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Winter, 1995, was a great issue. Our cover story was Rick Linklater’s Before Sunrise. Andrew Hindes interviewed Linklater, Ethan Hawke and Julie Delpy, while Jean-Christopher Castelli detailed the film’s use of Austrian tax funds for its financing. Paula Bernstein interviewed James Gray about Little Odessa, and then there was one of the best pieces we’ve ever run: development executive (and, later, Oscar-winning short film director) Barbara Schock’s “The Write Stuff: Intelligent Screenplay Development.” Technology and methods of financing may change, but these notes on working with writers don’t date.

From the piece:

One of the biggest impediments I’ve encountered in the development process is the widespread belief in clichéd rules of story development. Consider the almost universal belief in the old Hollywood adage that some writers can write only “character,” and others can write only “structure.” It’s important to debunk this adage because it’s a way that people developing scripts try to minimize the writer’s role in the creation of the film.

The roots of this belief are in Hollywood where an obsession with the mechanics of plot and action have to do with a desire to devise a formula for screenplays so they can imitate and repeat prior box office successes (although they usually don’t). It comes out of a misguided notion that action and plot are somehow separate from character. But the best, most psychologically interesting narratives are informed by character. In fact, the writers who are supposedly poor at structure but good with character are often the best writers, for it’s impossible to have interesting stories without believable characters and situations. In the end, what the audience remembers most are not the car chases but the characters, their relationships, what they were struggling with, and how the audience identified with them.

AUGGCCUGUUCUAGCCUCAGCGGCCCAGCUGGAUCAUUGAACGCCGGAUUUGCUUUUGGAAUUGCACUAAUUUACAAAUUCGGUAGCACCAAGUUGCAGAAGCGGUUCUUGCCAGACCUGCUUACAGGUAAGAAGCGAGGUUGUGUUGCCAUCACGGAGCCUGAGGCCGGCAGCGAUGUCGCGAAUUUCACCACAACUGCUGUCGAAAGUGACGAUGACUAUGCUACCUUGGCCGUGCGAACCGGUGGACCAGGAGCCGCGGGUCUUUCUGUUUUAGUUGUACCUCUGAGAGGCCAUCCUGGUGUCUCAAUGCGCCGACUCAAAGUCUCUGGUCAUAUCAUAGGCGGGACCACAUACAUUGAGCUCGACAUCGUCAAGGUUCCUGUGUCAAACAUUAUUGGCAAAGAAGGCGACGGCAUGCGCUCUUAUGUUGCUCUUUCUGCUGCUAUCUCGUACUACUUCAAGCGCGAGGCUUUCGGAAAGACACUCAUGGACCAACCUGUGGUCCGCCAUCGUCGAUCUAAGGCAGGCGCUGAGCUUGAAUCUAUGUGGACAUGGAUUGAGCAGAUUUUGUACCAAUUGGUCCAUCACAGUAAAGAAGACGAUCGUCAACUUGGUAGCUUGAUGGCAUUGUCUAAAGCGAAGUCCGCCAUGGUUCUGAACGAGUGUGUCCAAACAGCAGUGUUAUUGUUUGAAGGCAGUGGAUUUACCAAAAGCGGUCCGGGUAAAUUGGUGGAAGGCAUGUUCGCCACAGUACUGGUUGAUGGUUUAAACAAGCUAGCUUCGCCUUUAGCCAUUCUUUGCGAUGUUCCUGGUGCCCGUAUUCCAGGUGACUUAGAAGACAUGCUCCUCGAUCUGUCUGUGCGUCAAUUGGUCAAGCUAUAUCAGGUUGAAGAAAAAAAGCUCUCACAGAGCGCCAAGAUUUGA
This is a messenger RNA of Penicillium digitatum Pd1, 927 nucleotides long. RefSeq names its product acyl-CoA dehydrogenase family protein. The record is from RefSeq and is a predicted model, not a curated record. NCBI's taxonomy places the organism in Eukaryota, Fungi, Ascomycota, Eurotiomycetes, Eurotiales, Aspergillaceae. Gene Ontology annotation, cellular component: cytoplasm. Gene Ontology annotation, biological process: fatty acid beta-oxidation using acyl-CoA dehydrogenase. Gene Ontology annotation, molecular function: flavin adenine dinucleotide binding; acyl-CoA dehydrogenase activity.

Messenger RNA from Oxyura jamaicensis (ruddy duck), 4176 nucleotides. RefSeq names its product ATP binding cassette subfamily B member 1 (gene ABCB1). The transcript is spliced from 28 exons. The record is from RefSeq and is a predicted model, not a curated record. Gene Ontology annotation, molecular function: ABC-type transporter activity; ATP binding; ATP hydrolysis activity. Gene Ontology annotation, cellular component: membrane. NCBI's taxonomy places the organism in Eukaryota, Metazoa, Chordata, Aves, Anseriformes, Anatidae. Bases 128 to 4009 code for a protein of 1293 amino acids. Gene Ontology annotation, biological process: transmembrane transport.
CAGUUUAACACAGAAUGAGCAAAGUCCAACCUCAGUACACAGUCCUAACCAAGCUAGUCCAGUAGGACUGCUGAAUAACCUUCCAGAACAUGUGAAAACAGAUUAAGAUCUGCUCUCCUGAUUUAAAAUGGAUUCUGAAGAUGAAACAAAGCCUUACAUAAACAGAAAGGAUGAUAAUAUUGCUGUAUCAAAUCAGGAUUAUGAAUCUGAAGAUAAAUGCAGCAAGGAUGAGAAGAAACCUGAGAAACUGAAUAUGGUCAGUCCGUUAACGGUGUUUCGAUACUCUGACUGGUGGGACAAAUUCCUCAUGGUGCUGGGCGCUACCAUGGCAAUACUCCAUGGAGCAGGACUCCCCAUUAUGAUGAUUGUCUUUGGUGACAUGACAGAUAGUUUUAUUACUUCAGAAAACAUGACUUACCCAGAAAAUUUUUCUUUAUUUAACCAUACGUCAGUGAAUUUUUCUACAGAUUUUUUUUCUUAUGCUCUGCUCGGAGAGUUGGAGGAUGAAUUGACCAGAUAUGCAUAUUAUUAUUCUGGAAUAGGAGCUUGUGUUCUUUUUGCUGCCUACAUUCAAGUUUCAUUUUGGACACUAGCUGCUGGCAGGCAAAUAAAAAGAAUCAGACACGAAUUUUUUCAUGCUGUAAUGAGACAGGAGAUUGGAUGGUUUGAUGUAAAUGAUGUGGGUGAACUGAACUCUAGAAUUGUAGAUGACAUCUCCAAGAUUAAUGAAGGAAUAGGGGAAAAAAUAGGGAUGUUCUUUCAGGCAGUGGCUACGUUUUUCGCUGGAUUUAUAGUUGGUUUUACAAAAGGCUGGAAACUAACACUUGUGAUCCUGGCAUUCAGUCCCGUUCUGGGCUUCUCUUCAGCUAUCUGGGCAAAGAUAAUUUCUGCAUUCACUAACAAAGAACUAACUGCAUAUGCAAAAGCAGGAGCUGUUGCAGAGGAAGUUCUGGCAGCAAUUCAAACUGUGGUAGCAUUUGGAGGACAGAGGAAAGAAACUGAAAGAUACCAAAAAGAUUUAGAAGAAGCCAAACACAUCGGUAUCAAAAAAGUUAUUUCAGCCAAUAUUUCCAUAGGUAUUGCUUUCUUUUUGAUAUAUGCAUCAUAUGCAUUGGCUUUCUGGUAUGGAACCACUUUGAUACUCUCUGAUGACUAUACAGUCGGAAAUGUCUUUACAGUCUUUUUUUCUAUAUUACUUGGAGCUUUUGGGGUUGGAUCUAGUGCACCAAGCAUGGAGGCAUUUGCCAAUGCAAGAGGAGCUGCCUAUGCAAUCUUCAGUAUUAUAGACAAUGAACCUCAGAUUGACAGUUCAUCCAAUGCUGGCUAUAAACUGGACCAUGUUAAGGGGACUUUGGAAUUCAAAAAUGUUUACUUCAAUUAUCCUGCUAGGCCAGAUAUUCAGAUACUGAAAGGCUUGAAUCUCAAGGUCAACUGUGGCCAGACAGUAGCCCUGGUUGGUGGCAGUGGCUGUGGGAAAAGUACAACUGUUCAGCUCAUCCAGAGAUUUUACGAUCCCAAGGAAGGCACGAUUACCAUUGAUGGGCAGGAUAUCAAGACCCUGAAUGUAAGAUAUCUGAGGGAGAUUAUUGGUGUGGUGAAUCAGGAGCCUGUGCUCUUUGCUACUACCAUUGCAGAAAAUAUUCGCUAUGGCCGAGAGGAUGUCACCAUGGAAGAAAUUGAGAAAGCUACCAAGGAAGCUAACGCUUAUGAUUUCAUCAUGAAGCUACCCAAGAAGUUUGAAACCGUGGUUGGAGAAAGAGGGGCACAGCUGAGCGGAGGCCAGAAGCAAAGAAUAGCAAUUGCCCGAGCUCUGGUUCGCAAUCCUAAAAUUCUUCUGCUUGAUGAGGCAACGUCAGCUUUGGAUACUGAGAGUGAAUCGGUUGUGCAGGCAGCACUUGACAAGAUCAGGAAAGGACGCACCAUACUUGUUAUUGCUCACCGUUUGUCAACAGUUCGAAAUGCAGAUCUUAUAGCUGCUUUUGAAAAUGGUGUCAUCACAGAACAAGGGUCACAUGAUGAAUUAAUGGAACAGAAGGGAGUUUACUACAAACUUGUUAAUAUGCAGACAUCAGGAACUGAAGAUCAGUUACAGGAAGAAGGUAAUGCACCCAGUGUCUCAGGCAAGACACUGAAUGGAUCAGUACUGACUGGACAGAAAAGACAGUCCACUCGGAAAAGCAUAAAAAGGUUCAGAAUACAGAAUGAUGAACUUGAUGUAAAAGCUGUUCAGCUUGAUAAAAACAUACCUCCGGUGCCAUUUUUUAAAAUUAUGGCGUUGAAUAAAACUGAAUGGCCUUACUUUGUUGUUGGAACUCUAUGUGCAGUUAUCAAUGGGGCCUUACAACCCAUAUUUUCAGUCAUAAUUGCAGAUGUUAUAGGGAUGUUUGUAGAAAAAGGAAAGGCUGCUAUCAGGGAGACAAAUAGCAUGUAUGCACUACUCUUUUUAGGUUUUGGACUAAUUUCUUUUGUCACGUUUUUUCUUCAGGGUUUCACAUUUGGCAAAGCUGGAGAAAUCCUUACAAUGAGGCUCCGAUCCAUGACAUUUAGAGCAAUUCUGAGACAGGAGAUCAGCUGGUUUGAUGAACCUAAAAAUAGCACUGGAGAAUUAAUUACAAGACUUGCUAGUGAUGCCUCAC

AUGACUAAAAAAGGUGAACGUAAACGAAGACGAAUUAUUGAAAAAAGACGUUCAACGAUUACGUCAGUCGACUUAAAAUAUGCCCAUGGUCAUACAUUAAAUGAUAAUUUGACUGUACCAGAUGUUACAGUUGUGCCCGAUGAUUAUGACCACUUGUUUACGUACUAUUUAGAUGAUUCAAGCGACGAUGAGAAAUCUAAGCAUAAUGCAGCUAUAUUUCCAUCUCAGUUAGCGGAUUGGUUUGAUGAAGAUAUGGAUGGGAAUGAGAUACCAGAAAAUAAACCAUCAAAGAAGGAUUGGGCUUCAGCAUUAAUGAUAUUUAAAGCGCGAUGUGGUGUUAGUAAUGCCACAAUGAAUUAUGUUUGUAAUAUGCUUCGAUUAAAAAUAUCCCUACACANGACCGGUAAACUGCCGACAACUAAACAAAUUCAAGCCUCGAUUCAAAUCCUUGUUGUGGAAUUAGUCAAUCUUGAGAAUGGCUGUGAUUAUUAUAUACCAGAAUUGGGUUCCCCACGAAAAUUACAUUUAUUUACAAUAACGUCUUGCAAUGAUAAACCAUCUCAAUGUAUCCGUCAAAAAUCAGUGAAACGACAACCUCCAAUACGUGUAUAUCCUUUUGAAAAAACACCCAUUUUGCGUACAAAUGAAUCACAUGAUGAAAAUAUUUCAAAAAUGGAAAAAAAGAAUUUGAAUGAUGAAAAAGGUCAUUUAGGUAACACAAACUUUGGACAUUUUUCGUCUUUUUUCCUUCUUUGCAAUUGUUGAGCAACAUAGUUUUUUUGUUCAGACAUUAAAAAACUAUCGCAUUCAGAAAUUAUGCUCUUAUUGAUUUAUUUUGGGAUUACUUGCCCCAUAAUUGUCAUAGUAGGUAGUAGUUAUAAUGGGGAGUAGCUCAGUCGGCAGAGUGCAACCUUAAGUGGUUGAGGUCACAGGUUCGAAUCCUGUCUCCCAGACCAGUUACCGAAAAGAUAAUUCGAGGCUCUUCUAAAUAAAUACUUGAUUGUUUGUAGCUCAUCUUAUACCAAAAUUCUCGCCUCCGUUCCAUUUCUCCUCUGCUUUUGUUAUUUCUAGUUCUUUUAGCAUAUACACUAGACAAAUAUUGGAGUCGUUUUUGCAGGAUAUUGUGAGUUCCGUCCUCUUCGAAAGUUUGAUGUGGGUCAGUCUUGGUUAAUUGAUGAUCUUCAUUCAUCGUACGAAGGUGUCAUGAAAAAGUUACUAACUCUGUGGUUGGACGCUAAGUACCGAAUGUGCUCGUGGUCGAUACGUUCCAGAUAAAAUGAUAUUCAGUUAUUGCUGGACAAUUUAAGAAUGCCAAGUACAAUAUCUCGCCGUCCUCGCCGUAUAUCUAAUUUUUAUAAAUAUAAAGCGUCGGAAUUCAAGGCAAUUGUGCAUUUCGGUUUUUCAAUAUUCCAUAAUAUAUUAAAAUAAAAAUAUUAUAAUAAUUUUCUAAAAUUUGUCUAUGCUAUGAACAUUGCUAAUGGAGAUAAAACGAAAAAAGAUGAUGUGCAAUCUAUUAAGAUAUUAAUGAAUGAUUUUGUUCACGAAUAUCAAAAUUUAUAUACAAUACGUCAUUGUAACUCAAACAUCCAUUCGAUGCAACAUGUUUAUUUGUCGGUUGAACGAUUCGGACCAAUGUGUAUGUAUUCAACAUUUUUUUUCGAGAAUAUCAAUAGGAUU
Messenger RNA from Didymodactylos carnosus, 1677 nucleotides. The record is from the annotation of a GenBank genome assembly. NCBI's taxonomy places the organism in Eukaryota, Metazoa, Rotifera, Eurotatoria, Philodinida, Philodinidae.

Schock goes on to outline her own thoughts on how to act as a story editor during the development process (i.e., how to work with a writer) and also on how to set up a development operation. I can’t recommend this article highly enough.

Winter, 1995 was also the year that we started doing a big Sundance preview section, complete with a box-office chart of the previous year’s Sundance film. (We’ve since stopped this feature because theatrical box office is no longer a useful metric when discussing the success of an indie film.) Back in the pre-digital day, filmmakers weren’t paranoid about their screeners, and it was actually pretty easy to get them to show us their films before Sundance. We previewed a dozen or so inbound Sundance pics, including Abel Ferrara’s The Addiction, which he let me see in his edit room on 18th Street at around midnight one evening a few weeks before the festival. My screening and interview ended when everyone there had to furtively dash down a back set of stairs and head to the Old Town bar… but that’s a tale for another day.

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